In the following days, we also hiked Middleham Falls. Our driver – Paul – dropped us off this time and pointed us in the right direction. “It should take about an hour to get there,” he said. “OK,” we said, fastened our shoelaces and set off, like characters from an Enid Blyton novel, chattering our way into the lush rainforest.
An hour. Yeah, right.
The cinder path quickly deteriorated to a lumpy trail and by the time we had waded up to our calves across a fast-flowing little stream, the path had become, for the most part, a single file mud paddle through the jungle. Then it turned into a single file, very steep, mud slide through the jungle. I was wishing I had brought gloves and ideally also a helicopter. This was not easy at all and several people took a tumble, thankfully without serious injury, including Dietmar who decided that he would sit this one out after 20 minutes and walked back the way we had come. I pressed on with the crews of IdaLina and Daisy.
The slide turned into a hardcore scramble down, sections of huge boulders intersected with wobbly, mossy steps hammered into the hillside. Occasionally, these steps were nothing more than the buttress roots of enormous trees hanging on to the hillside for dear life. Occasionally, through the dense forest, we caught a glimpse of the steep sides of this valley, like a slash in the landscape. After a while, we could hear the water too.
The guidebooks don’t mention the hardcore scrambling that is involved, or the thick mud, or the streams you have to ford to get there… but the end result after nearly 90 minutes of really hard work was totally worth it. Obviously, like all the best things in life 😀
The boys from Daisy and IdaLina clambered over enormous mossy boulders to swim in the pool under the waterfall, but my legs were like jelly after the last ten minutes of muddy, slippery, mossy descent down the mountainside and so Tina and I just stood and gawped and inhaled deep lungfuls of emerald green. We took photos and batted the mosquitos away. The roar of the waterfall was loud and the air was full of a light, warm spray from the falls, even from a distance of probably a hundred metres.
It’s not every day that you see a 100’ waterfall cascading down a sheer cliff face, surrounded by lush jungle. Unless you live in Dominica, of course, where these things are ten-a-penny, it seems! Having sweated and slithered our way back up – back across the stream where we stood to wash the burnt-sienna-coloured mud off our shoes and legs and hands – we reached the minibus where Dietmar and the driver were sitting in the shade waiting for us.
We drove to Trafalgar Falls, where a five minute walk (or twenty, with stops, if you are one of the puffing cruise ship tourists) will bring you to not one but TWO massive waterfalls 65 metres high – and a very comfortable viewing platform to boot. Very little effort but a massive reward.
Emboldened by our recent expeditions, I spotted a possible route down towards the water and began to scramble over the large but easy rocks towards the falls. A traditionally-built official from the parks authority whistled me back to the anodyne safety of the viewing platform, before I gave any of the dimply cruise shippers ideas, presumably. Yes, ma’am, sorry. That’s me, in the video, before I got called back…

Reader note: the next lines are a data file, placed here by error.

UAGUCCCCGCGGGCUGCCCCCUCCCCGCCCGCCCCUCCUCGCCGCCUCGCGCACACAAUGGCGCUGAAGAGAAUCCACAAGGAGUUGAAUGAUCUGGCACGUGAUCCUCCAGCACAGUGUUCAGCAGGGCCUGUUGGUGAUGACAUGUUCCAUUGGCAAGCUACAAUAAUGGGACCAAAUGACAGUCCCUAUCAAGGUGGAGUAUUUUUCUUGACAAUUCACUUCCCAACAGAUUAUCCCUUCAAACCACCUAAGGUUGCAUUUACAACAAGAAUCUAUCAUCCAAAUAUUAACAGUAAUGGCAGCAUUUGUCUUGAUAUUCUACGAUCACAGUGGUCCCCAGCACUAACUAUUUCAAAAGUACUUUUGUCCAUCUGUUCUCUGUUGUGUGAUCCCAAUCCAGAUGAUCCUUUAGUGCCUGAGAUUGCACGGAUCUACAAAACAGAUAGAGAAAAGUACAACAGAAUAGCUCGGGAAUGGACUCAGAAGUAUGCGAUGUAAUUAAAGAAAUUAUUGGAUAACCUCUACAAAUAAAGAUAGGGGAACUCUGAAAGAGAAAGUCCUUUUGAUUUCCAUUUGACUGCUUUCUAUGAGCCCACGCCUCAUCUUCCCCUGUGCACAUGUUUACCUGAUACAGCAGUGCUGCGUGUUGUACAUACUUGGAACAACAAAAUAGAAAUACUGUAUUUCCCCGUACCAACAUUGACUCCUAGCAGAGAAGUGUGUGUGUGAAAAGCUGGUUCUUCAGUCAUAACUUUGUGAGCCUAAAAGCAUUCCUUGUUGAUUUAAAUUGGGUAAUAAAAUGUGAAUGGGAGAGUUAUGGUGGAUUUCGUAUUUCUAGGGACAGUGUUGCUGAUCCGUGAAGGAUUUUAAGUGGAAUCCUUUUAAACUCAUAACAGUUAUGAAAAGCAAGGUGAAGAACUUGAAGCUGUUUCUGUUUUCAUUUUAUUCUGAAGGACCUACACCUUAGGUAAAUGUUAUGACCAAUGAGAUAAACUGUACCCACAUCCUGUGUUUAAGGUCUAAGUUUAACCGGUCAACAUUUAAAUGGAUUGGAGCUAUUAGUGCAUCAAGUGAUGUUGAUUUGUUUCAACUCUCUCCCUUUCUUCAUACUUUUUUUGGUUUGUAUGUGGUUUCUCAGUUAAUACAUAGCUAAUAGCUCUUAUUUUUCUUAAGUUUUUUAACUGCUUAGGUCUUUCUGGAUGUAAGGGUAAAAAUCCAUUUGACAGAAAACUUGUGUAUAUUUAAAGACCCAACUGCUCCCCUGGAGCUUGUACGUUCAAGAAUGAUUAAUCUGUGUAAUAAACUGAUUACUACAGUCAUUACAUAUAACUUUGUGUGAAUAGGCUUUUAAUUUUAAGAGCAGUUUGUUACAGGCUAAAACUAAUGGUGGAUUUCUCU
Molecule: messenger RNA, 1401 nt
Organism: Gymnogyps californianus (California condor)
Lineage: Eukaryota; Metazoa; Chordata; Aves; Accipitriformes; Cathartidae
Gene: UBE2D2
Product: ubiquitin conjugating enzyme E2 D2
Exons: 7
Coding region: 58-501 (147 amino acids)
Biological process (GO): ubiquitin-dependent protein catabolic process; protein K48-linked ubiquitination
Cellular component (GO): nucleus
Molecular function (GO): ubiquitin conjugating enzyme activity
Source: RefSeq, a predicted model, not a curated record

We also visited the Ti Pitou gorge, where you pay a local lad to guide you, don a buoyancy aid and swim awkwardly through the surprisingly cold water in an open-roofed cave system to a waterfall pouring down through a hole in the rock with astonishing force. We were guided to an underwater ledge to one side to sit and witness the power and the deafening roar of the waterfall reverberating around the cavern. It was truly impressive. I found the noise and the spray and the pressure of the flow around my legs almost overwhelming and was happy to get back out into calmer water where I could breathe more freely.
Dried off and back in the van again, we drove past one of the places where the Dominicans are harvesting the power of their 365 rivers and countless waterfalls with hydroelectric power stations and also heard about their use of the volcano-generated underground heat sources. The Boiling Lake was closed due to the risk of poisonous gases but we also visited Ti Kwen Glo Cho (literally: Petit Coin Eau Chaud / Little Corner Water Hot in Creole), which is where the hot water from one of the nine volcanos pours into a series of pools in which you can sit and soak up all the life-giving minerals. It’s like a much chicer version of the mud baths in Soufriere in St Lucia, and surrounded by a beautifully kept tropical garden.
At the bar, as the sun set, Torben from SY Daisy and I sampled a local rum which would have easily doubled as nail varnish remover or bilge cleaner, while the rest of the gang immersed themselves in the soothing hot mud and the hot baths. To be fair, the rum was in fact labelled as ‘General Purpose Rum’ in a large glass decanter and we’d chosen it because they’d run out of Spice Rum and Ginger Rum and Chocolate Rum and all the other rums that sounded good, so we probably got exactly what we’d asked for. It would have been an excellent stainless steel cleaner too, I expect…
Anyway, by the time we got back to the dinghy dock in Portsmouth it was nearly 8pm and it was very dark. We wandered barefoot along the warm sand beach to Madiba, another little local restaurant, and ate alongside familiar faces, both local and other yachties.
Everyone here is the sister or aunt or brother or son or cousin of someone you’ve already met and everyone has a warm smile for you. It’s a wonderful feeling, one of the best parts about this island.
Our incredible week was not over yet though…